Melt 6 oz of chocolate either over low heat in a double boiler or in the microwave using short bursts, about 30 seconds, stirring in between. Stir until chocolate is smooth and barely warm to the touch.
Dip or pour chocolate over cool doughnuts. Allow most excess chocolate to drip off then place on a cooling rack with a plate or tray underneath to catch remaining chocolate drips. You could also use wax or parchment paper as an alternative. Briefly refrigerate to help chocolate set. After 15-20 minutes, or until chocolate is set, remove from the refrigerator and eat or place the doughnuts in a tupperware to keep fresh until you want to serve them.
I miss the sun. For the last four days, I have been watching out the windows by my desk searching for the pale light but so far, nothing. It isn’t just that the days are getting shorter, which they are, but on top of that, our few hours of daylight aren’t really light at all. It’s just gray. Dust pan gray.
The encroaching darkness of an Alaskan winter didn’t really bothered me until the gray set in. Today, December 7th, the sun was supposed to rise at 10:35AM, but it never broke through the clouds. And it will set, behind a wall of clouds I’m sure, at 2:49PM. Our day will only last 4 hours and 13 minutes. This kind of darkness is a little disorienting. You look outside at 3:30PM and think it is 8:30PM, but you haven’t even had dinner yet. Strangely, I can deal with short days as long as day feels like day. Sun. Give me sun.
My answer to gray is bake goods. If I can’t make it cheerful outside, I can at least make our apartment smell warm and yummy. I have always had a special place in my heart for soft pretzels. Who doesn’t? So this seemed the prefect food to lift us out of the haze of gray.
I started making soft pretzels last year when I came across a recipe on the internet. For the life of me I can’t remember where I actually found it, but I’m so glad I did. It is remarkably easy, and Lucas and I love the results. I must admit, we are pretzel people. A trip to Pittsburgh, PA would not be complete without a visit to one of our favorite South Side spots, The Pretzel Shop. But even if you aren’t as pretzel crazed as we are, this is a recipe worth trying. My day feels brighter already.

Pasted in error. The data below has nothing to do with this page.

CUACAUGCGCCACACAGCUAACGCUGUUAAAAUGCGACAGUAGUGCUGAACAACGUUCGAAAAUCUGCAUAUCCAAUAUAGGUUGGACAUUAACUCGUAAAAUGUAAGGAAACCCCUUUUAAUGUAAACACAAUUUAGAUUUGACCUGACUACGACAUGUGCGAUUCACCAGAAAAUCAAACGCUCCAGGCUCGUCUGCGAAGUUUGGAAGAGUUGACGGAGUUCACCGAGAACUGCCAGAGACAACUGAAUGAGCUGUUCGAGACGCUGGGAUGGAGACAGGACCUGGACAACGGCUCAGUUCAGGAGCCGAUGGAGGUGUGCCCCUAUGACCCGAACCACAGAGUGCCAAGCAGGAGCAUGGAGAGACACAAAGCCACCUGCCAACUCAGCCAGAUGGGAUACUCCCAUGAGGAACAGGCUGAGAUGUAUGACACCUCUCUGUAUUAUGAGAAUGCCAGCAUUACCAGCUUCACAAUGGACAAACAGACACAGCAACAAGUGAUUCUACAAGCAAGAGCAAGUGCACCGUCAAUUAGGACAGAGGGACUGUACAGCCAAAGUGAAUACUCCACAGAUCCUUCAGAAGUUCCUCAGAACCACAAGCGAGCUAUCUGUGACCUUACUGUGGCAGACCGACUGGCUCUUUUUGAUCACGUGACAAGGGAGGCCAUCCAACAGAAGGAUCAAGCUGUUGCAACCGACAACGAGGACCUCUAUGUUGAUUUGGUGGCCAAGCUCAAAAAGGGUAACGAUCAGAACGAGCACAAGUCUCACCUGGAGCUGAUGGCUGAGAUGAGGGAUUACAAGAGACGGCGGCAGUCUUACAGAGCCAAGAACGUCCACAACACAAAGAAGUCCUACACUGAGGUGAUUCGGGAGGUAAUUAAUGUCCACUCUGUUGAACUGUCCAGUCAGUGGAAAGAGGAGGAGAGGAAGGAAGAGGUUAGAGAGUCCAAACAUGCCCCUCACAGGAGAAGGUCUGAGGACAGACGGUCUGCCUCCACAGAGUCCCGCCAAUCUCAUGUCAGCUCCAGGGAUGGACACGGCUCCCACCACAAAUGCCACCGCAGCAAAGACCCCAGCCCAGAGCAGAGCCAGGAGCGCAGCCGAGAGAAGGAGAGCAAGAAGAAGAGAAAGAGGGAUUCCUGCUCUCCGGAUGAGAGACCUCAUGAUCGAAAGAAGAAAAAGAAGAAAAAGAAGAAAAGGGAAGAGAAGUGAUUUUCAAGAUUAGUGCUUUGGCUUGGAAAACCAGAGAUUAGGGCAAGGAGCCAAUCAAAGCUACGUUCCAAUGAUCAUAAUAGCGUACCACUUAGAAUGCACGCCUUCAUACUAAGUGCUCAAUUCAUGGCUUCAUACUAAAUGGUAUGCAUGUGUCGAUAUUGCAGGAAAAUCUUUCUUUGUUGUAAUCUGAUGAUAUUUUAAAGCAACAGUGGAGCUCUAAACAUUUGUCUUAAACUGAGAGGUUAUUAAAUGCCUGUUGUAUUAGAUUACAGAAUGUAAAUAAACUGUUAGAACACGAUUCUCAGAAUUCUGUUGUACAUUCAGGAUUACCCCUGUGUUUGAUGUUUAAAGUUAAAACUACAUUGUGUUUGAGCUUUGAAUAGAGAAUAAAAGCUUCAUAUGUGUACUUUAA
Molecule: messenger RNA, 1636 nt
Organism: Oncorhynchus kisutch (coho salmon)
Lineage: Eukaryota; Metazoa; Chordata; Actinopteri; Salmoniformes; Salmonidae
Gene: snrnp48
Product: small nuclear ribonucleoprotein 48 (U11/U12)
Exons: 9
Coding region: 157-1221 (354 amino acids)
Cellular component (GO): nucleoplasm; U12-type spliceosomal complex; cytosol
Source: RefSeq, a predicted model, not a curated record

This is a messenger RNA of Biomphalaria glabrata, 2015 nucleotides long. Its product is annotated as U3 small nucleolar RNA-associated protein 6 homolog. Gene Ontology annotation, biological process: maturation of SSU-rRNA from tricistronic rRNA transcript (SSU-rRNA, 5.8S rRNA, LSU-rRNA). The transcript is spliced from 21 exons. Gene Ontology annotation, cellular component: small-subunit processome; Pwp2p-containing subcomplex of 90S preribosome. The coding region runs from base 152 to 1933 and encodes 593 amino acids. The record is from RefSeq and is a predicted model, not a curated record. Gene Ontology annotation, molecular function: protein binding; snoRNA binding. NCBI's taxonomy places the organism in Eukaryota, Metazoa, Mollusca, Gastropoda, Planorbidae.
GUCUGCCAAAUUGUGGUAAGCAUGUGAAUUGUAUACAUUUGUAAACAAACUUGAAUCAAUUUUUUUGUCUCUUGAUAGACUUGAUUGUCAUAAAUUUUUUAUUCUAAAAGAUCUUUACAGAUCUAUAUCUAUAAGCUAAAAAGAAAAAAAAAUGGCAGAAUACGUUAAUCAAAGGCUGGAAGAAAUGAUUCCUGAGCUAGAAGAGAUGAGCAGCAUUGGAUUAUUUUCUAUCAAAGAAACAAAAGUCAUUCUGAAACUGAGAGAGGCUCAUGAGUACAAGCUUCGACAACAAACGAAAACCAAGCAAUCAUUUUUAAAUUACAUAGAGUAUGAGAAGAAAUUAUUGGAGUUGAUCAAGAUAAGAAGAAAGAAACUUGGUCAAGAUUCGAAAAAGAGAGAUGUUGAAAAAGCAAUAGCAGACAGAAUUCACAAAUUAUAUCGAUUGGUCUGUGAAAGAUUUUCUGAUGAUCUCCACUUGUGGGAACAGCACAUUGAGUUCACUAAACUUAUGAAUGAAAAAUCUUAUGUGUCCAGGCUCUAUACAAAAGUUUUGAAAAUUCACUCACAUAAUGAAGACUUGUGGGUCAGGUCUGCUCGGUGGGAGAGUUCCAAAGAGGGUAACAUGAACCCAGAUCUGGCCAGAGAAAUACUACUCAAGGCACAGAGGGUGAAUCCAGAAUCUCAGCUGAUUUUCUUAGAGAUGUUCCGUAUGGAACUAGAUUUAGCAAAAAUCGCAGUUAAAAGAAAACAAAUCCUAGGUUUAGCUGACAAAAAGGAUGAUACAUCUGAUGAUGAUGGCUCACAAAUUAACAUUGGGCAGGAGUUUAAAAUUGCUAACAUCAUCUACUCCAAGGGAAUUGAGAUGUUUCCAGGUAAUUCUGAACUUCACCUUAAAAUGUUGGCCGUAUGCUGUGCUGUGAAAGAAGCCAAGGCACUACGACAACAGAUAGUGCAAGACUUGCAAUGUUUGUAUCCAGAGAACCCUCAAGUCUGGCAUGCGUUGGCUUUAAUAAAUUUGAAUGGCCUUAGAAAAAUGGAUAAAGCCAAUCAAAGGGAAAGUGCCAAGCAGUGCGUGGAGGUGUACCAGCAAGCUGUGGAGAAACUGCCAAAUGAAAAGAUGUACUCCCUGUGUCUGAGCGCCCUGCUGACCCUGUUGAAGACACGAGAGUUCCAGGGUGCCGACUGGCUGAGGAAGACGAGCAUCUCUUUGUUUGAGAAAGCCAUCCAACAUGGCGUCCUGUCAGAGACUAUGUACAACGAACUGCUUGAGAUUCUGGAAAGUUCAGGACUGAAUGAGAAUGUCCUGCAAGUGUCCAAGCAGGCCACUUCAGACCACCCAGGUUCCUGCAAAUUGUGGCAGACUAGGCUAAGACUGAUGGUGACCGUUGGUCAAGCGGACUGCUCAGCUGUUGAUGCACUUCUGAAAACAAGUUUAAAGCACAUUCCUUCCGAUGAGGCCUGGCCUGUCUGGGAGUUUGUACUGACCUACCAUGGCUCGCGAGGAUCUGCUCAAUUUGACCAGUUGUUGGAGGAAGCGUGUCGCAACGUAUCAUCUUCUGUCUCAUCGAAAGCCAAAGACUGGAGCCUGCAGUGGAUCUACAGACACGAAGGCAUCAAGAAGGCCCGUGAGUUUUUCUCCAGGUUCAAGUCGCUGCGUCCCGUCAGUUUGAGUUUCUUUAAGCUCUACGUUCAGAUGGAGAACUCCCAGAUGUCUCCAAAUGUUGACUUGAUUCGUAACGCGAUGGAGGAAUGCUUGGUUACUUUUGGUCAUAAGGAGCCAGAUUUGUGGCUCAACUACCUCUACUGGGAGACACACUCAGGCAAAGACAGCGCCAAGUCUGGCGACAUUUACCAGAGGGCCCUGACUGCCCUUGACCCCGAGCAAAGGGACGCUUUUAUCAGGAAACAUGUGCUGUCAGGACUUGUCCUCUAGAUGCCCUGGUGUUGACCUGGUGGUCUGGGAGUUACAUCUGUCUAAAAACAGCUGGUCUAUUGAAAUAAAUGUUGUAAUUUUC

What You Need:
1 envelope instant yeast
1 teaspoon kosher salt
1 teaspoon sugar
1 cup and 1 tablespoon hot water
1/3 cup baking soda
2 tablespoons sugar
1 egg white
Coarse sea salt, or flaky salt
Combine the bread flour, yeast, salt, and sugar in the food processor,* pulse. While the food processor is running, gradually add hot water until elastic dough forms, about 5 minutes. Place dough in an oiled bowl and cover with plastic. Allow dough to double in volume, about 30-60 minutes.
*Normally, I use a food processor, but in Alaska we don’t have one, so I kneaded the dough by hand. This is doable, but I recommend using a food processor if it is available.
Next, punch down the dough on a floured work surface. Divide it into 8 pieces. At this point, you can either make pretzel rolls (less shaping and good for sandwiches) or the traditional pretzel shape. If you want rolls, simply shape a round bun and slash a small ‘X’ on each using a serrated knife. If you want the traditional shape, roll a log with tapered ends. Cross the two ends and twist once to form the middle fork of the pretzel shape. The two tapered ends should be secured to the outside of the pretzel with light pressure, and if needed, a little water. Then cover the shaped dough with a towel and let it rise until it has doubled, about 30 minutes.
Preheat the oven to 375°. Grease a baking sheet. Bring a large pot of water to a boil, add sugar and baking soda (the baking soda will make the water bubble, so add it gradually). Boil each roll for 30 seconds, then flip, and cook for another 30 seconds. Place boiled pretzels on prepared baking sheet, brush with egg white, and sprinkle with salt. Bake until brown, about 20 minutes.